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June 2010 Club News

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National Veteran 1 & 2 Cylinder Rally 2010

By Neil Bromilow

Our inspection day, 11th April, started at 8 a.m. and we had a steady flow of bikes to examine all morning. We stopped for lunch at midday. With most of the bikes done, I left for Perth at 1.30 p.m. Leaving Ronnie, Antoinet, Chris and Robin to do the bikes that came in the afternoon.

Line-up of 1 and 2 cylinder cars and bikes

Mother-in-law forecar and soloI had entered the rally on my 1912 Rover. Arriving at the Swan Valley Caravan Park at approximately 7.30 in the evening, I met up with some of the riders from Interstate. Ian on his 1913 Royal Enfield & Jenny Sargent who did back-up for us with son Daniel on a 1912 Triumph, Howard & Diane on their 1906 Phoenix tricar and 1911 Bell motorcycle  David in a 1914 Humbrette Cyclecar and Kevin and Joyce who were also in a 1914 Humbrette.

We all made a group and were camped near each other, spent most evening either tinkering with our bikes or looking over tomorrow’s itinerary. The oldest bike entered was the 1911 Bell. Starts each day were from the Oasis Resort, West Swan Rd.

Each day there was a raffle – prizes included a bottle of wine or a special book. I was lucky enough to win a special book.

Or an average the motorcycles were faster and easier to ride in the traffic than the cars. The committee catered very well for our motorcycles, especially as we didn’t have a clutch, gearbox and very little in the way of brakes.

Old bikes and worn riders 

There were signs placed in clear view far enough away from intersections to enable us to plan our next move, and on the more dangerous corners there were marshals to direct us to stop or keep going as the need be.

But the cars did have the advantage of a clutch although slower. It was an added attraction to see some of the drivers and their passengers in period costume to set the scene - well done.

As motorcyclists we were made very welcome by the car owners. We all had to deal with the modern traffic and the rain.

On the Monday we visited the Gomboc Galley. Lots of pictures and sculptures. Not for me, though I did admire the stainless steel sculptures. We then went on to the Battistessa Wrought Iron Studio - This was a blacksmith artist, and very interesting.

We had rain on and off all day, and stopped for lunch at Houghton’s Winery. It was a picnic lunch. We left there and headed back to the caravan park where we all worked on the Phoenix for the next few hours under a tarpaulin. We had pizzas from the nearby Caltex.

Tuesday - We headed to Sorrento Quay at Hillary’s via many back roads to keep us out of the traffic. Here the bikes were all put on display along with a dozen very old cars. We had lunch at Sorrento Quay then spent a few hours looking at very expensive boats.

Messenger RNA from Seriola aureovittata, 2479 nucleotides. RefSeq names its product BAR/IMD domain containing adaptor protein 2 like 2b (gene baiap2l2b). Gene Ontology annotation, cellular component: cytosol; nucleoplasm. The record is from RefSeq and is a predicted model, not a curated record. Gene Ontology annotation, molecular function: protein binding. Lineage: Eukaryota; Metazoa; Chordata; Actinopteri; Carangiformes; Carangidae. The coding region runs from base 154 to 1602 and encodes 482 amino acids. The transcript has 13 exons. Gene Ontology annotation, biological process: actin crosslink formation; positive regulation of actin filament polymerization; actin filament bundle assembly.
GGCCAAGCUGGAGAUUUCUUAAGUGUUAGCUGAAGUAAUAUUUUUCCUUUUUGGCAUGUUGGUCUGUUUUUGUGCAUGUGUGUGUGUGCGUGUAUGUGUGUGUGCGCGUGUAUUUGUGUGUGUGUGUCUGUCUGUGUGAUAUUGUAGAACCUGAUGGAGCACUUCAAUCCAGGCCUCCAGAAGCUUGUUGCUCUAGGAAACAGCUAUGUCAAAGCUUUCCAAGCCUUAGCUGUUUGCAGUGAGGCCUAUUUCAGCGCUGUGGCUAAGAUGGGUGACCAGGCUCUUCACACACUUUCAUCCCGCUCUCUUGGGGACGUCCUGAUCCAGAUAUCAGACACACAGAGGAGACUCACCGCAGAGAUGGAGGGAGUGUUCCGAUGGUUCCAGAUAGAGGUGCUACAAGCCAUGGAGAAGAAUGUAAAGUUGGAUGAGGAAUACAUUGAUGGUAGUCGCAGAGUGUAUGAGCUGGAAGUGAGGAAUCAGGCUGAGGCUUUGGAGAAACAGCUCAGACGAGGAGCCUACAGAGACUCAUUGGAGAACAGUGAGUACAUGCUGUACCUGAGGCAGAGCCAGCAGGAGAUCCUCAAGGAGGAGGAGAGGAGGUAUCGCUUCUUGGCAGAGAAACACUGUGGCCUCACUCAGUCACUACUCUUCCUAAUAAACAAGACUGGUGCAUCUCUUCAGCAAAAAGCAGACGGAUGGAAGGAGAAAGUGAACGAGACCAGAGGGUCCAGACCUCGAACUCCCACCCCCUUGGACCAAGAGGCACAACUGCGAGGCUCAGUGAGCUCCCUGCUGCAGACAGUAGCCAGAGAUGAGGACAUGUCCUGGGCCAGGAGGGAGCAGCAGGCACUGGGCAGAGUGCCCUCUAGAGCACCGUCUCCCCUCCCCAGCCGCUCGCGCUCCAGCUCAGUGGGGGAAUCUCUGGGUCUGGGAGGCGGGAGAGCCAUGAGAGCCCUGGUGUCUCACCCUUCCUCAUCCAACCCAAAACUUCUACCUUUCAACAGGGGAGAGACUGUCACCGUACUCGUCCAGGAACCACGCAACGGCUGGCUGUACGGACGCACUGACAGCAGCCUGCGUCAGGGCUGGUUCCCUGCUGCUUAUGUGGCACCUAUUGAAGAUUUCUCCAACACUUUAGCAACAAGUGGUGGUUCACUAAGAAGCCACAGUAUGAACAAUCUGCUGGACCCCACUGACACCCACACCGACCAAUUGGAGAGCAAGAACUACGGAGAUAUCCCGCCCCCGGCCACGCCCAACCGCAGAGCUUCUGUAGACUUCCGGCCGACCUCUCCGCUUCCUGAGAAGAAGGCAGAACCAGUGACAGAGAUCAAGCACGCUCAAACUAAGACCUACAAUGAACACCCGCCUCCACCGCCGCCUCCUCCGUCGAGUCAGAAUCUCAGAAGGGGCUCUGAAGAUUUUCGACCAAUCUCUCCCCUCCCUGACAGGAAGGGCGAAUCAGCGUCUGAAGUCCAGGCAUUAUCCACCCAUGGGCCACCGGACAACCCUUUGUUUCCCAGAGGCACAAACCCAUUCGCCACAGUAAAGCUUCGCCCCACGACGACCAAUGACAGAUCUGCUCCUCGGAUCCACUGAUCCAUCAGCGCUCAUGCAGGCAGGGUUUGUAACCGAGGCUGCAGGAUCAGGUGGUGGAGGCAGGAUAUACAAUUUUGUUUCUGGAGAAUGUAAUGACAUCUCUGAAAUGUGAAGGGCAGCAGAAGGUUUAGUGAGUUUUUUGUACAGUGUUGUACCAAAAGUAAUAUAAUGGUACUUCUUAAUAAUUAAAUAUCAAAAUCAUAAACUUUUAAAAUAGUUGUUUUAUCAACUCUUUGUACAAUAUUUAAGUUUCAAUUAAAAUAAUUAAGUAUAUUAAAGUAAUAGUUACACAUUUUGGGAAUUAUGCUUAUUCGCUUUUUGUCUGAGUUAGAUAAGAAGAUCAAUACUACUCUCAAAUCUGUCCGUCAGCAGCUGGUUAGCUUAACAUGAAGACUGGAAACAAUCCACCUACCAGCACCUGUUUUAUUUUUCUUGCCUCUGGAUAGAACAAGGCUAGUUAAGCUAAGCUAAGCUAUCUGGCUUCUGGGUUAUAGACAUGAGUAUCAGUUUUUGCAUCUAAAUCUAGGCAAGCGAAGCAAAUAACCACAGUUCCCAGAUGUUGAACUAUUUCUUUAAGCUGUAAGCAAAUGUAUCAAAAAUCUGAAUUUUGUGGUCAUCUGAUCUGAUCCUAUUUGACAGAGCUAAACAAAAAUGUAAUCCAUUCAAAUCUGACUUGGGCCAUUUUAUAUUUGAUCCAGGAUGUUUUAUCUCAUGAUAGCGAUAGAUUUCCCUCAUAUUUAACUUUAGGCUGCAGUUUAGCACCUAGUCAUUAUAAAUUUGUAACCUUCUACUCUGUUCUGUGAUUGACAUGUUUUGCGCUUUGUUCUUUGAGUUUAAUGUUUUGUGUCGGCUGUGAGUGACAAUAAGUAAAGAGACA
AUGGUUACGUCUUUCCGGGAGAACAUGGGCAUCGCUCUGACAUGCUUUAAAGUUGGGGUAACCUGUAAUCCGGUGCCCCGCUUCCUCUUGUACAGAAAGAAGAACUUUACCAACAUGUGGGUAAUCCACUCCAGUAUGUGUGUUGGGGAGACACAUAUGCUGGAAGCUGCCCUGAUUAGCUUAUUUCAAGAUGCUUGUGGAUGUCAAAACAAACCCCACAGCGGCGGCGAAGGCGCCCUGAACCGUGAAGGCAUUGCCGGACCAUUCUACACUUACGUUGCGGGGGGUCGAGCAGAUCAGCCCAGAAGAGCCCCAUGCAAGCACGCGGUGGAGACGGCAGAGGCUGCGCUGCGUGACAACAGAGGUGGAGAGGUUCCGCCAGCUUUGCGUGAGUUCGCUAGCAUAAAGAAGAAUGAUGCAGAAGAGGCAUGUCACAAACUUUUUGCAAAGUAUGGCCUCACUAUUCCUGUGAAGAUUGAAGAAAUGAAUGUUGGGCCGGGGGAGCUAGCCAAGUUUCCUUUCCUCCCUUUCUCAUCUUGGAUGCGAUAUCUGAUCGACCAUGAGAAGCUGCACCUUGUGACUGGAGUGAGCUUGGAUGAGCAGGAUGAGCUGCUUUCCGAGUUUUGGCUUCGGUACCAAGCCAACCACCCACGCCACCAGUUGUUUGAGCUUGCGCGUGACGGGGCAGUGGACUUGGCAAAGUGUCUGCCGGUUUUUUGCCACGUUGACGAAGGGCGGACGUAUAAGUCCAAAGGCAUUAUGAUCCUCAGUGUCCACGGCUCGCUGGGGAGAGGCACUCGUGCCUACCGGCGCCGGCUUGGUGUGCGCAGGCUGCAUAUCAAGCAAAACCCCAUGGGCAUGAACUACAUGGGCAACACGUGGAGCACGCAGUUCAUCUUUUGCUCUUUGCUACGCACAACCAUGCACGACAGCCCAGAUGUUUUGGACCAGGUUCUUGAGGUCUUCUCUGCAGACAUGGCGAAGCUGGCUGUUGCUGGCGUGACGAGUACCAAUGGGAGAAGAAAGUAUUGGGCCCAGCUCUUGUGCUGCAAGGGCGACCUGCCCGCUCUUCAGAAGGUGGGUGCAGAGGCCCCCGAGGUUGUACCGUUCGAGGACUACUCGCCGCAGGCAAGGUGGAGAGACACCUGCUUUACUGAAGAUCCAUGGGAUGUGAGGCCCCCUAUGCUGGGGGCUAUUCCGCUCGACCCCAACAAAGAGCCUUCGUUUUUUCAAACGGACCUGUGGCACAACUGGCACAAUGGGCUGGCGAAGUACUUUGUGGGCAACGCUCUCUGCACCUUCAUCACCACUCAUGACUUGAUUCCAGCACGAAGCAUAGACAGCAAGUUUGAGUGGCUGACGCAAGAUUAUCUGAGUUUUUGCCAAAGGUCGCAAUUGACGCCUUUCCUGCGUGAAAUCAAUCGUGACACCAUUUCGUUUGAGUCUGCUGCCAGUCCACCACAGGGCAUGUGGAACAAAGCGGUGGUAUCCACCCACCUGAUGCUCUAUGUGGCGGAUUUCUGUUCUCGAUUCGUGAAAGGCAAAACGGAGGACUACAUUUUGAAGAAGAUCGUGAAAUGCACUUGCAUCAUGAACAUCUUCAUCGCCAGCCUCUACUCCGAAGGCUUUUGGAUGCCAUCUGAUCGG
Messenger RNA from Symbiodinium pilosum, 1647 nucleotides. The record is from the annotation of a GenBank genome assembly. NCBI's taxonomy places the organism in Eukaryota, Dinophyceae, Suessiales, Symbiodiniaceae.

On the way back was probably the hardest ride of the week. There were 7 sets of traffic lights all against me and all up hill. Jenny even got out of the back-up van to giving me a push start up the hill at by light number 6 I was buggered. I have to get a clutch fitted to my bike!

At night we had tea at “7” s restaurant in Midland it was a very nice meal, everyone happy.

Wednesday - Today we rode to Whiteman Park for a display. Very good museum at Whiteman Park, family orientated with a play area for the kids. Whiteman Park has on display cars, bikes. tractors, engines and a tram. Some of us caught the bus and went on a tour to Fremantle returning in the afternoon, while others visited the Car Club headquarters at Forrestfield. In the evening we had a barbecue at the Oasis inside because of rain.

Thursday - I took the day off riding and took the back-up van allowing Jenny to ride in the Humbrette. There were 14 sets of traffic lights on the route sheet today, so I was very glad that I choose to do the back-up.

Even young fit Daniel was exhausted after the traffic lights starts. He doesn’t have a clutch either. First stop was at the Midland Railway Workshops – Guided tour. This is not open to the public yet.

We got special treatment because some of the rally organisers had done their apprenticeships there and pulled some strings – wonderful, well worth the trip. Midland Workshops turned out 570 apprentices every year. All gone now. Now a shortage of tradesmen!

Lunch was on the banks of the Swan River in the pouring rain. Just after lunch as we were heading back one of the veteran car's engine flew to bits on a roundabout. How sad for the owners. We visited the chocolate factory on the way home. At night we had tea at the “New Mash Brewery” - very disappointing.

Friday - I rode again and went to the Vines, Ellenbrook, Henley Brook and we had lunch at Caversham at a place called “Mulberry on Swan”.

Mostly good back roads, some road works. Lunch was disappointing. Difficult to get out of their grassy area up a slushy hill some cars had to be towed out. We called at the chocolate factory again - yum! Final dinner and presentation at Oasis - very good.

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